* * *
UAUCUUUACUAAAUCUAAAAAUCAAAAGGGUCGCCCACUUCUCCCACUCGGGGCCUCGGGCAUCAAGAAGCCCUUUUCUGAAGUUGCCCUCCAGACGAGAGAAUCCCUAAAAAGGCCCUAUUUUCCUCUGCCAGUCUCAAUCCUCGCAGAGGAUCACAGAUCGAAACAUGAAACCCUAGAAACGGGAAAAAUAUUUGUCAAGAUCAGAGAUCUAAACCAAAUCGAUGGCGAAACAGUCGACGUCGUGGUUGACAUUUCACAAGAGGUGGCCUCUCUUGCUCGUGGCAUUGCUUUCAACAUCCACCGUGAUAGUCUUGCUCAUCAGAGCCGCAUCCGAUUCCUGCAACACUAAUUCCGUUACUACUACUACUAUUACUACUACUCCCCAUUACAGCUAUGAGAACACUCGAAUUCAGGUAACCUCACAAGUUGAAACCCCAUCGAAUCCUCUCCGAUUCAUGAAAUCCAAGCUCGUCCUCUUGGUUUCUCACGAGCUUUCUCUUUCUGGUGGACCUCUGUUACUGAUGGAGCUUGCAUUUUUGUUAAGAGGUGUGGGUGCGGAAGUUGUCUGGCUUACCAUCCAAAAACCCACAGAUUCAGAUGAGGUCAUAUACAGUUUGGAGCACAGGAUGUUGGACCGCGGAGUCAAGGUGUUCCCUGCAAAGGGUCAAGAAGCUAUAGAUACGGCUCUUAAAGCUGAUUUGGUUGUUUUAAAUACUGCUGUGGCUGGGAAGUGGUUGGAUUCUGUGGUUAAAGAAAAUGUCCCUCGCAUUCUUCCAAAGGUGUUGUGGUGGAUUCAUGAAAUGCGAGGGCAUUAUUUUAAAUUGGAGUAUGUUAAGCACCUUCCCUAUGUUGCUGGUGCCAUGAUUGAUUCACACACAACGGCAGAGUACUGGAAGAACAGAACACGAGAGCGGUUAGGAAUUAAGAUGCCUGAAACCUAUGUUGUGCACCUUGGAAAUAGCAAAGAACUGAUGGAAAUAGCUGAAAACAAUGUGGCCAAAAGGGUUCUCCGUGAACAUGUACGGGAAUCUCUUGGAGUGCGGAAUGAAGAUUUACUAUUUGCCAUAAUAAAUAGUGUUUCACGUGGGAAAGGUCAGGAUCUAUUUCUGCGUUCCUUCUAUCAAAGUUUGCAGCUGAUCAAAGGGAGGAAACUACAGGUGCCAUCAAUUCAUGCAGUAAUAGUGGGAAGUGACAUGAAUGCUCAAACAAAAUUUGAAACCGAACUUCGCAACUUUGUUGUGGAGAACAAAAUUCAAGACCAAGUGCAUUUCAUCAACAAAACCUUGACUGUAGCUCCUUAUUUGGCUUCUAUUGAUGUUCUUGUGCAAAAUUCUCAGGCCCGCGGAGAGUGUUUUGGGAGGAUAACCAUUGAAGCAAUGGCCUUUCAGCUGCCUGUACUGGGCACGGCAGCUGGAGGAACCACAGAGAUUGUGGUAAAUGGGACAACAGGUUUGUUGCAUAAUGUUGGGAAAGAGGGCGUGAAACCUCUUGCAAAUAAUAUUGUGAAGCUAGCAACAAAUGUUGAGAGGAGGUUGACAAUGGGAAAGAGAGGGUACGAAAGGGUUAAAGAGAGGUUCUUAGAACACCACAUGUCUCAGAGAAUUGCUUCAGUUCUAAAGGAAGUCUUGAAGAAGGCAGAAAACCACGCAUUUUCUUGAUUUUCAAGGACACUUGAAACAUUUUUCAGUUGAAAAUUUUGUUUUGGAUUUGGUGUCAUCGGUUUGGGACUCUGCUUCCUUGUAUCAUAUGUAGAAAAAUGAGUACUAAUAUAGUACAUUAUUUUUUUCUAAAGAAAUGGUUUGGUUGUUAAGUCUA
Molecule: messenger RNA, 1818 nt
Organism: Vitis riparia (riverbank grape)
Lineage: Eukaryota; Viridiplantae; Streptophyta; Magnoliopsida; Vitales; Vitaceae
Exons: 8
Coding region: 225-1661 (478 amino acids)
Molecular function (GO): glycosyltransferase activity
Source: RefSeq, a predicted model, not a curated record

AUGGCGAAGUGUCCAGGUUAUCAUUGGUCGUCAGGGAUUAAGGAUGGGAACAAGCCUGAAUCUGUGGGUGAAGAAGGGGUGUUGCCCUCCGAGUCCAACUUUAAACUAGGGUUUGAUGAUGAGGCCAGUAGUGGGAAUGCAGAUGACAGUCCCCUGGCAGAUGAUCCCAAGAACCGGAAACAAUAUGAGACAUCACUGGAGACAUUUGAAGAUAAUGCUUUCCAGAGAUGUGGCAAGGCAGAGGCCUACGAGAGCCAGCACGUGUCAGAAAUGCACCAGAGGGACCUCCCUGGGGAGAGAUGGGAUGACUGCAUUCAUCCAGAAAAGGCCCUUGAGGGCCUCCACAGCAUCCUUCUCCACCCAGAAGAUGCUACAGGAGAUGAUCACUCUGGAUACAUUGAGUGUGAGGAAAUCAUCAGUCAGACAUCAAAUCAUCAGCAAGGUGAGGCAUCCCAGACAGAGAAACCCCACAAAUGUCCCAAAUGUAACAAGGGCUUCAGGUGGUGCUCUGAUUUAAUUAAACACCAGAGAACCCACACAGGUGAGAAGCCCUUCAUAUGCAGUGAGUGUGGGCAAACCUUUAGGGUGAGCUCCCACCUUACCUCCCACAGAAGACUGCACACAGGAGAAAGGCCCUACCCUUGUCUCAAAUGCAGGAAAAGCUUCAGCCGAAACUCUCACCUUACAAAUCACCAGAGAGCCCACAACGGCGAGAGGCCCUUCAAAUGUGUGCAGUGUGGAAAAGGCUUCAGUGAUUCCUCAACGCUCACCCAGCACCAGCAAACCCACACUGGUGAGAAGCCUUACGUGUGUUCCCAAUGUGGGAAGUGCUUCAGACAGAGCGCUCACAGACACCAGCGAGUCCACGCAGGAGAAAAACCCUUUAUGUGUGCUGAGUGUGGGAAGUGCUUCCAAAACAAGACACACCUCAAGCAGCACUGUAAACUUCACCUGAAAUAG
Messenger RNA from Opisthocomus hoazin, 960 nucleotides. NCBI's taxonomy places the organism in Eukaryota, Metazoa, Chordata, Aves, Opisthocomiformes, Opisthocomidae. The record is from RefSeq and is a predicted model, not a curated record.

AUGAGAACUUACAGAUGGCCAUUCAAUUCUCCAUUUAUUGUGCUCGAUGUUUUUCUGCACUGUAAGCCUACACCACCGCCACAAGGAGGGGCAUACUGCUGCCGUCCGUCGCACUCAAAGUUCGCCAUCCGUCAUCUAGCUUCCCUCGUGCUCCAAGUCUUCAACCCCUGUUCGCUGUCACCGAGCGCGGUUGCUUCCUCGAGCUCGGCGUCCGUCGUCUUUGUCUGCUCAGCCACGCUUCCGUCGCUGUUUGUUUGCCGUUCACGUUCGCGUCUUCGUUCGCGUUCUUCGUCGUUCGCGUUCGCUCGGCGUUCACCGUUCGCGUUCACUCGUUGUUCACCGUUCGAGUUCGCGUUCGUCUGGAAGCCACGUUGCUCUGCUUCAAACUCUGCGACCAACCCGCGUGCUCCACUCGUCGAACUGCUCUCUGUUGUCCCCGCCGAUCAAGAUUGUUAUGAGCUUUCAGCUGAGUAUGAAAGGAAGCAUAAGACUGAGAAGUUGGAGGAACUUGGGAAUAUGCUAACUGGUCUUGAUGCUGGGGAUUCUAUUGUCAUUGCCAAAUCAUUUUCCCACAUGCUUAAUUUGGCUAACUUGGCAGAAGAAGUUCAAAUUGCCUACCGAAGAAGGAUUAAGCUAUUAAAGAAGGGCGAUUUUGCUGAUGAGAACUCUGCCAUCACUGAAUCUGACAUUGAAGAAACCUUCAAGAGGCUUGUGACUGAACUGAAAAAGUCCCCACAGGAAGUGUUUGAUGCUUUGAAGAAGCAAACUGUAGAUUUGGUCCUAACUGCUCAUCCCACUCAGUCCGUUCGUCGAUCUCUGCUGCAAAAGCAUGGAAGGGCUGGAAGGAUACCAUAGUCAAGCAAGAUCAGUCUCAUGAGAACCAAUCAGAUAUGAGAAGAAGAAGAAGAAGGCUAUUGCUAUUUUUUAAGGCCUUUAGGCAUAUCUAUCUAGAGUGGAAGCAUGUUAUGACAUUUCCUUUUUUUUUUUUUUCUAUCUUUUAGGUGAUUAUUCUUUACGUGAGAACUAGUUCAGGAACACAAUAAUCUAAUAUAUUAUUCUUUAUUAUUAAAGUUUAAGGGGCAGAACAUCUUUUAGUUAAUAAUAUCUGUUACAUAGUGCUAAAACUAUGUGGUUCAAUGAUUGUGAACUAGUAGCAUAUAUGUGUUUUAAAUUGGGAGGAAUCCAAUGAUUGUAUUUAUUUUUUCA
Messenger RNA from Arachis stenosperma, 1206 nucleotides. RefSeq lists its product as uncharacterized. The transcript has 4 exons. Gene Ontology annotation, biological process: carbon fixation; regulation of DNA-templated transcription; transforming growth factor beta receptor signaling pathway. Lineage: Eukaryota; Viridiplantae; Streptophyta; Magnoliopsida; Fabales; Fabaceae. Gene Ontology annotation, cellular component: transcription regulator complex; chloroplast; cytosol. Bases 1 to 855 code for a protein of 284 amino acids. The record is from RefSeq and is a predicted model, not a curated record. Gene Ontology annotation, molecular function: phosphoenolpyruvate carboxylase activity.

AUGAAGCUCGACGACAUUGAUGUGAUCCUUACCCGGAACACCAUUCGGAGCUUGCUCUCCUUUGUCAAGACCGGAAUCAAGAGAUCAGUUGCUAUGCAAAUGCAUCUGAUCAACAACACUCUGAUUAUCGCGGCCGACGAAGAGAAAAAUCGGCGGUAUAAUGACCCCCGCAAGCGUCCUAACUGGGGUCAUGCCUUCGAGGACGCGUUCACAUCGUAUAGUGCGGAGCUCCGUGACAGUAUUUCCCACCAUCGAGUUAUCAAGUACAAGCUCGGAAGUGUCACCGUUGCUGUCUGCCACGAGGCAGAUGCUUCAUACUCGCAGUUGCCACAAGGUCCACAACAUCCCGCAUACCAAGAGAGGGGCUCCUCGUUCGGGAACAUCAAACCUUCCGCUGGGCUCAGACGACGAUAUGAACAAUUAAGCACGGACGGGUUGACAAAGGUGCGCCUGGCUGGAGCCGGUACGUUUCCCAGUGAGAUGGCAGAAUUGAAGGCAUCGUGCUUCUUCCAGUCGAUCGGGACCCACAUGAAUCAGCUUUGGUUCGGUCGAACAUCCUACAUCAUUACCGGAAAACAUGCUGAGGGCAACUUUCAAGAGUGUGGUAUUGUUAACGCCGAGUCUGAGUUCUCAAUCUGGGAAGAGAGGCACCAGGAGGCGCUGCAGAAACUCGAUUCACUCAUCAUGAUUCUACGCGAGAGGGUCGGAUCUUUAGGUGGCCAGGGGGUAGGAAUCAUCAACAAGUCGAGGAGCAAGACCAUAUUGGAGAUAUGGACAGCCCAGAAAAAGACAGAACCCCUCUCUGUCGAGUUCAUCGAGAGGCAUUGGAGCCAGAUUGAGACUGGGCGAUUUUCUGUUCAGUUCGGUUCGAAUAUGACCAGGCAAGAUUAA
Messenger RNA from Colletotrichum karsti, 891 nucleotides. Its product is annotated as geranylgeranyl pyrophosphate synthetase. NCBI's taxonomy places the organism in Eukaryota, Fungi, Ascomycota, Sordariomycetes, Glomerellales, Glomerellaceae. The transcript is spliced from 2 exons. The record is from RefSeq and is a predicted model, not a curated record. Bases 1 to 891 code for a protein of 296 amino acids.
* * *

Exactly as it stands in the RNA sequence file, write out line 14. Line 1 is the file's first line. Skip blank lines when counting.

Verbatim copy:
Messenger RNA from Colletotrichum karsti, 891 nucleotides. Its product is annotated as geranylgeranyl pyrophosphate synthetase. NCBI's taxonomy places the organism in Eukaryota, Fungi, Ascomycota, Sordariomycetes, Glomerellales, Glomerellaceae. The transcript is spliced from 2 exons. The record is from RefSeq and is a predicted model, not a curated record. Bases 1 to 891 code for a protein of 296 amino acids.